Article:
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There's good news for renters, but Portland is still a landlord's market.

PAMPLIN MEDIA GROUP - Julia Anderson, Smart Money.

After four years of skyrocketing apartment rent rates and a shocking lack of available rental housing in the Portland metro area, renters may get a bit of a break this year, industry experts say.

With a flood of new apartment units now coming to the market, vacancy rates are expected to increase from 3 percent or lower to as much as 4.5 percent to 5 percent by year's end.

That means rent rates should stabilize — and may even decline — in new projects that need to attract tenants and fill units.

"We are starting to hear noise that some downtown luxury high-rises are having trouble leasing up," said Deborah Imse, executive director of Multifamily NW, a landlord rental housing association in Portland. "Until lately, units in these projects were being rented sometimes sight unseen."

Imse said some new rental projects may even offer concessions — free cable, no move-in fees or a couple of weeks of free rent — to attract tenants.

"This is good news for renters but Portland is still a strong market for landlords," Imse said. Here's why:

In a typical economic recovery, homebuilding usually is the first to bounce back. But that did not happen after the Great Recession.

In Oregon, neither single-family nor rental housing construction kept pace with demand from population growth all the way back to 2011, said the Oregon Office of Economic Analysis in a recent report. The state remains one year behind in meeting housing needs.

This shortage created apartment vacancy rates, particularly in Portland, below 5 percent. Anything less than 5 percent is considered a landlord's market.

The tight market in combination with strong job growth (29,600 new PDX jobs in 2016) allowed landlords to raise rents, big time — up more than 30 percent since 2015.

Industry research shows that the average two-bedroom apartment in Portland that rented in 2015 for $1,389 a month, now rents for $1,821.

Portland has become one of the tightest rental housing markets in the nation. The situation priced many lower income tenants out of their apartments and triggered push-back from government entities in the form of proposed rent control, affordable housing requirements in new projects and changes to eviction and lease non-renewal regulations.

Meanwhile, developers began to respond to market demand.

Apartment building activity in the Portland-Vancouver market is nearing peak construction levels set in the mid-1990s.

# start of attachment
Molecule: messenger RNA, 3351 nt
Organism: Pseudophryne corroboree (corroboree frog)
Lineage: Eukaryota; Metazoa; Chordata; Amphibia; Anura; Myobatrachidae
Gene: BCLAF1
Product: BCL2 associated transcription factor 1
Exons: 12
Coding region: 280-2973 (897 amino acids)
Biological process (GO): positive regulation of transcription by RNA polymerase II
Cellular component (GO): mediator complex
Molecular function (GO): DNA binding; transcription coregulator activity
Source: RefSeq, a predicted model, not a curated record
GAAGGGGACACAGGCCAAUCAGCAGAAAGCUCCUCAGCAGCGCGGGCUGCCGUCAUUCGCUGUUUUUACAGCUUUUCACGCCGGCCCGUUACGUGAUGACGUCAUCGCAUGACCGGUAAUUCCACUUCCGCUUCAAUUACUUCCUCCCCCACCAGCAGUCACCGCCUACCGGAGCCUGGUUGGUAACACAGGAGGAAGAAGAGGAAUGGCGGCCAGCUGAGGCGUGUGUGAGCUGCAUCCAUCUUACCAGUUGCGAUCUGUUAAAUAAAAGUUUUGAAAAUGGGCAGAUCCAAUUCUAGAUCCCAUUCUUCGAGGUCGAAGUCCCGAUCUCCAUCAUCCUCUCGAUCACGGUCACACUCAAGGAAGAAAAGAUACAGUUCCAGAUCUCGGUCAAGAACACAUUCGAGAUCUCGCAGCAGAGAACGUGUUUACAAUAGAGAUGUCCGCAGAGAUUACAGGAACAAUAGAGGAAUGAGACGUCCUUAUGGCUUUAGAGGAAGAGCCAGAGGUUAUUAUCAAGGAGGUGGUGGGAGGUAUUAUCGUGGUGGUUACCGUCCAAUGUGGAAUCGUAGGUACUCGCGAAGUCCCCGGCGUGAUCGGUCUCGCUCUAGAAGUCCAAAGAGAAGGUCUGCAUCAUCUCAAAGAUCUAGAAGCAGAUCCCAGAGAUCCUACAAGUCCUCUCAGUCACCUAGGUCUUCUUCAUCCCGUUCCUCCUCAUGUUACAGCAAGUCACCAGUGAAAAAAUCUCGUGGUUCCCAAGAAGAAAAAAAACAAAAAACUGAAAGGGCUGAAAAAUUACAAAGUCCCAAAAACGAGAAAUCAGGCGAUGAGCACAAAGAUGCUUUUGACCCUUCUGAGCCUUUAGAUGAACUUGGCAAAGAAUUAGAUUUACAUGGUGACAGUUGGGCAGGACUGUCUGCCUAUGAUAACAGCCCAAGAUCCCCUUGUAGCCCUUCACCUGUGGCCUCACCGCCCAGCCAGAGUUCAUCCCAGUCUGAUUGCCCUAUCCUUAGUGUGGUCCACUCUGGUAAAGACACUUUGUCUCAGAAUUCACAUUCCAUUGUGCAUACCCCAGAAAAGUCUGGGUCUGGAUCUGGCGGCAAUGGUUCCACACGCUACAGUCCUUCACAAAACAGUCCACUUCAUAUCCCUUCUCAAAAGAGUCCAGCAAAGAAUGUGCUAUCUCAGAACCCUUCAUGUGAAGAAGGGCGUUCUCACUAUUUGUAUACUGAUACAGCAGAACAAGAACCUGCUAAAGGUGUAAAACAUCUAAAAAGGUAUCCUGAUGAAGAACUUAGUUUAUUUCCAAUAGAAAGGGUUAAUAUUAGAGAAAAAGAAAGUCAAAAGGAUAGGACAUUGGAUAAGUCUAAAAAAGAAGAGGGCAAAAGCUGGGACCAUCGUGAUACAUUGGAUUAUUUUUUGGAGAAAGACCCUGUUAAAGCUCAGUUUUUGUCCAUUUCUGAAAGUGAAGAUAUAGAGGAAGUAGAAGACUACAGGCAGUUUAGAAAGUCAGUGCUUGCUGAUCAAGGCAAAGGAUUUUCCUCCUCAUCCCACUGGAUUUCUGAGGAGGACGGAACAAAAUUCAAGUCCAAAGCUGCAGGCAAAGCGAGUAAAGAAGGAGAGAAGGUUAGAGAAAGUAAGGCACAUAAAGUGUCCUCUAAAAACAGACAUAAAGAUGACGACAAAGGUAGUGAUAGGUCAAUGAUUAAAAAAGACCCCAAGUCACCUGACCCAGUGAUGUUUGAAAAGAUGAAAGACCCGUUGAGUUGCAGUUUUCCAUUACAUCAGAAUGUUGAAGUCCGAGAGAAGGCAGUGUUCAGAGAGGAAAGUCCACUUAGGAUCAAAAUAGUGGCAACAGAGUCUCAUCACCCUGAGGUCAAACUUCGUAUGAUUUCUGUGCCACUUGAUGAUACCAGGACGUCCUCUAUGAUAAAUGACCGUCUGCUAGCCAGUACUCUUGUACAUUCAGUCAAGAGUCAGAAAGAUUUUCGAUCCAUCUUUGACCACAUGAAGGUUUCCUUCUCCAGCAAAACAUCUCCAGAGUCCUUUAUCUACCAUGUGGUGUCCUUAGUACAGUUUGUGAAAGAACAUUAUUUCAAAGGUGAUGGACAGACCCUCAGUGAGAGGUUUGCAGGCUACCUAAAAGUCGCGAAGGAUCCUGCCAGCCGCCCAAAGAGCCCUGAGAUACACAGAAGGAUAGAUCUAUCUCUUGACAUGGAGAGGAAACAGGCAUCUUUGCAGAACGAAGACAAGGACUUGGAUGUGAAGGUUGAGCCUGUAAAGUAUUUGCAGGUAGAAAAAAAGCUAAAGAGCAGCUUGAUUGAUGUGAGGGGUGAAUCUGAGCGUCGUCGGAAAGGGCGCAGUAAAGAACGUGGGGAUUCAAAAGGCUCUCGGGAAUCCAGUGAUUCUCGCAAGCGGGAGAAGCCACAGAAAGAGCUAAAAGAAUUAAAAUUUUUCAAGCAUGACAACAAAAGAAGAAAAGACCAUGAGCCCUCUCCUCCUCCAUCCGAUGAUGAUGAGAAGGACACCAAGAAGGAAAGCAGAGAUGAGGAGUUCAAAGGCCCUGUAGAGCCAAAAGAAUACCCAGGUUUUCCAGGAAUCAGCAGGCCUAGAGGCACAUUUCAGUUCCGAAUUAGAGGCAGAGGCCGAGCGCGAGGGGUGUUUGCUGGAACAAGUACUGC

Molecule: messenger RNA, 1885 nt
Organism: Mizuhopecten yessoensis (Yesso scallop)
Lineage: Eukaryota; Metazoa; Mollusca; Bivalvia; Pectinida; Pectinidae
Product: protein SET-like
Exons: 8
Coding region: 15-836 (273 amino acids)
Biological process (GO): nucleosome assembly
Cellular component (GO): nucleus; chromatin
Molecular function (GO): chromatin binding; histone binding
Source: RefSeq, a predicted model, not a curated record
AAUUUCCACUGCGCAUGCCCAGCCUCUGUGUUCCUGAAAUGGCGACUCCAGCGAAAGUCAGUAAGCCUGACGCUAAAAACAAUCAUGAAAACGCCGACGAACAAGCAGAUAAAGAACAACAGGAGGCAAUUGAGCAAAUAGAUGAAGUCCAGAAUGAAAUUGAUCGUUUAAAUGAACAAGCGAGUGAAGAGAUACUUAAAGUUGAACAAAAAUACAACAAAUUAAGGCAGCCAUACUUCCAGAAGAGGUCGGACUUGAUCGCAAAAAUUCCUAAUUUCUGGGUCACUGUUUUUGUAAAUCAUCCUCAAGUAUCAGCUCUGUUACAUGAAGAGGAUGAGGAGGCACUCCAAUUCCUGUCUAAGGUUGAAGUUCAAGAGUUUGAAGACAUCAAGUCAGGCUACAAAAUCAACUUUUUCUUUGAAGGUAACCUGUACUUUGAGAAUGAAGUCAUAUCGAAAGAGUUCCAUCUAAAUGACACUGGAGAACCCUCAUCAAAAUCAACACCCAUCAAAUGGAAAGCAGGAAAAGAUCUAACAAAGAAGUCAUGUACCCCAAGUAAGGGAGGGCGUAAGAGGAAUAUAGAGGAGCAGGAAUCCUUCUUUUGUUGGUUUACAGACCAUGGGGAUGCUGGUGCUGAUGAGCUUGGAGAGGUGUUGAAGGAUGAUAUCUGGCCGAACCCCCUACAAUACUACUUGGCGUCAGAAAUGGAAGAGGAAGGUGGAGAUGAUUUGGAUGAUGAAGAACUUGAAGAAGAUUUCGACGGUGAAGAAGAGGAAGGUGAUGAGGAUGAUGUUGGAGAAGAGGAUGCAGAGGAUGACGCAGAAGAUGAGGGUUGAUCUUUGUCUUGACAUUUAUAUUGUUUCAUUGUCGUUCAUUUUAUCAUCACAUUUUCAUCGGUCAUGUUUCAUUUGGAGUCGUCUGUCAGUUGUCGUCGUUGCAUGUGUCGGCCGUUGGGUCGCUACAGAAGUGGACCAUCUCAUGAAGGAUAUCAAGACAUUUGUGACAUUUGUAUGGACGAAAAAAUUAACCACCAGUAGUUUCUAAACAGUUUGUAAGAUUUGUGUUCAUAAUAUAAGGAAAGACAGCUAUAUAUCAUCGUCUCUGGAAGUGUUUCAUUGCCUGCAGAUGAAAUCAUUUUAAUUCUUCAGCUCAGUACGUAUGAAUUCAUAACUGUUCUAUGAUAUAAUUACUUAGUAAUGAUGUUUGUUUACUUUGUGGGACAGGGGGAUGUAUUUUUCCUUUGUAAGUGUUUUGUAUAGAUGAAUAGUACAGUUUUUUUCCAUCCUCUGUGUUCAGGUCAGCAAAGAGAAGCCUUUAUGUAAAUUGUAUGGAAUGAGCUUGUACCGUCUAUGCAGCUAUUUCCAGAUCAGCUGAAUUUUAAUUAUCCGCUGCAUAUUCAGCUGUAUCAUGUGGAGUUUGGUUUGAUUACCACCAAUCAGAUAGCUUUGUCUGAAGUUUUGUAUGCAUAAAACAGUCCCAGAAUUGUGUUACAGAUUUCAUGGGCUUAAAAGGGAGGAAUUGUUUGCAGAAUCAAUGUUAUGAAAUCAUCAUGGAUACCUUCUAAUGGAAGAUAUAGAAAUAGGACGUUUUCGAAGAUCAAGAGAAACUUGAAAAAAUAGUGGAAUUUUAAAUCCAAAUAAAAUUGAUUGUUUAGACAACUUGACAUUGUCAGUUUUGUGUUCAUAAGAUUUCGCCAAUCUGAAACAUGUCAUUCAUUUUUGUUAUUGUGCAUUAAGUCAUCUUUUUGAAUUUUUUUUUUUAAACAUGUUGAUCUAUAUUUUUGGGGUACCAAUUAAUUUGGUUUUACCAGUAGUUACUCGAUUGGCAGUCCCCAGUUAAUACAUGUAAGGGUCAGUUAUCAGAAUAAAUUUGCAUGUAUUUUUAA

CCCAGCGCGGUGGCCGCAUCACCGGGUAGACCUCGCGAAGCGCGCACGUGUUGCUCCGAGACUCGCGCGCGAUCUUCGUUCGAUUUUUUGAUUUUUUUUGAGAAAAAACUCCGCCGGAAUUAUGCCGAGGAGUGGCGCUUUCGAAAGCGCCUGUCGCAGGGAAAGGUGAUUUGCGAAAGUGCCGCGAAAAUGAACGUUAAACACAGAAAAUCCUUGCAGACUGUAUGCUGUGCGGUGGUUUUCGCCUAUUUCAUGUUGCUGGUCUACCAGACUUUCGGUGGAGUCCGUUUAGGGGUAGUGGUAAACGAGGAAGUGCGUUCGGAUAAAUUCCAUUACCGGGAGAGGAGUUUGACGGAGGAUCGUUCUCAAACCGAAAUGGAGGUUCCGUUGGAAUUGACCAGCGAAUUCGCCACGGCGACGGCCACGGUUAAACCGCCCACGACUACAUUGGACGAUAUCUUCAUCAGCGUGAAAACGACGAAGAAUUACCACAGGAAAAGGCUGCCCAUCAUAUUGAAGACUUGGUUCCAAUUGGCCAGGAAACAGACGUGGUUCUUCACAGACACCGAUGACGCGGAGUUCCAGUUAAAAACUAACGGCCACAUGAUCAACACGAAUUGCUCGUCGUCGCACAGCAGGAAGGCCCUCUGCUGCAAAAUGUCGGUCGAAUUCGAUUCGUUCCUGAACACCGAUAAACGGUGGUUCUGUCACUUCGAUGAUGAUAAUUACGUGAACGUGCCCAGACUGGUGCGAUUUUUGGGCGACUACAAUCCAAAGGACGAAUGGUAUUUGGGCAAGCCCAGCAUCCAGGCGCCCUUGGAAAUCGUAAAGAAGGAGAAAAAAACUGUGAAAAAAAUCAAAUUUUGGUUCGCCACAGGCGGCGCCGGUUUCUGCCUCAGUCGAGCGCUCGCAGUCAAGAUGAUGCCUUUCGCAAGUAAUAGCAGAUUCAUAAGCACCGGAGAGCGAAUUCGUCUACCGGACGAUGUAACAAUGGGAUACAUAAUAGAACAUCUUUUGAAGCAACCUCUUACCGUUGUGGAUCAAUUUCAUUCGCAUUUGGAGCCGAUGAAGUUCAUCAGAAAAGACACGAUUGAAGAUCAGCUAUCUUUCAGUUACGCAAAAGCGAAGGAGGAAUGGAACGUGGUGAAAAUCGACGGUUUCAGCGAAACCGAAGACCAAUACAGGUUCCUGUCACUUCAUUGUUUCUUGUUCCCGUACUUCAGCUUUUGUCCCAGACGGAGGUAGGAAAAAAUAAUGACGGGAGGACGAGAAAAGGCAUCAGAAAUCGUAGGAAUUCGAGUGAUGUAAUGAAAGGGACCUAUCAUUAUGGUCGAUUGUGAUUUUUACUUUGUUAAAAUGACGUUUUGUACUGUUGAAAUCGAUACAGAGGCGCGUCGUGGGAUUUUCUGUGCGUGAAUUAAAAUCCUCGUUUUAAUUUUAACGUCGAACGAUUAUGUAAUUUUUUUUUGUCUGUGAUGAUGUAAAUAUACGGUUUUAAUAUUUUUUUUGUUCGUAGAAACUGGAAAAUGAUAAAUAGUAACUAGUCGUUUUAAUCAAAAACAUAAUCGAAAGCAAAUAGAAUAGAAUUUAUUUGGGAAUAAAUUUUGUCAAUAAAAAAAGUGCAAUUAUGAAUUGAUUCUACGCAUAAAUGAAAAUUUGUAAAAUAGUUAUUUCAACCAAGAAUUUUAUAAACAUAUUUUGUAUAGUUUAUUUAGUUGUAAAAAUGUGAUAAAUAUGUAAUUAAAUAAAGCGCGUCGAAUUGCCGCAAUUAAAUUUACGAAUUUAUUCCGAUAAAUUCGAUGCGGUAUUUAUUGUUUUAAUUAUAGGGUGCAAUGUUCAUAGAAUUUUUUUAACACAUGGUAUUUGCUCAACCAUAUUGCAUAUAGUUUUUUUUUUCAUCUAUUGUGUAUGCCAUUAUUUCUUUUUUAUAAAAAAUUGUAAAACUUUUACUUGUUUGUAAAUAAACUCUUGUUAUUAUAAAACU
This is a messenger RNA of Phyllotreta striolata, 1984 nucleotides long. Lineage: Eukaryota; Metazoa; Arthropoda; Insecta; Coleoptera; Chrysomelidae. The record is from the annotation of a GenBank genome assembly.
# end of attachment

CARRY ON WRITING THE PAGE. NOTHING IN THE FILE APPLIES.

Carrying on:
"We see this as a year of transition for the industry," said Patrick Barry of Barry & Associates, which tracks the Portland rental housing industry. "Tenants are going to see more choice as we enter the summer. We don't see any big pick up in rents on older apartment properties and we may see concessions on new product," Barry said.

In January, developers rushed to file for building permits on 13,000 to 18,000 new units before a Feb. 1 deadline that requires new projects to offer a certain portion of affordable (inclusionary) units within the project.

"Despite the influx of permit applications to start the year, many of these projects may fall by the way," Barry said. "These jobs have got to pencil out."

But there are clear signs that the breakneck pace of rent increases and rising apartment property sales and values of the past two years "may be behind us," he said. In 2016, nearly $3 billion worth of apartment rental property changed hands.

That said, Portland is still playing catch-up.

"Assuming the (single-family) home ownership rate is around 60 percent and renter household size is about 2.1 persons with population growth of 25,000 to 30,000 — that translates into demand for around 4,700 to 5,700 (new) units this year across the metro area," the Barry Report said.

So what could slow new rental housing construction in Portland going into 2018? The experts say those obstacles could include rising land costs, inclusionary zoning requirements that mandate affordable housing units inside new projects, and changes to urban in-fill regulations that would allow homeowners to construct a second house (400-800 square feet) in their backyards.

Government mandated tenant relocation fees, rent caps and extended notice-to-vacate requirements are a challenge.

Despite all this, Portland will see more new rental housing this year with tenants getting some relief from big rent increases. Landlords and developers should still feel confident that demand is still there to support more new construction.

"Everyone is looking for (market) predictability…we will likely see pockets of predictability this year," Patrick Barry said.

Right now, apartment construction activity in Portland (and in Oregon) is the busiest since 1996.

Julia Anderson writes for women about money and retirement at sixtyandsingle.com.

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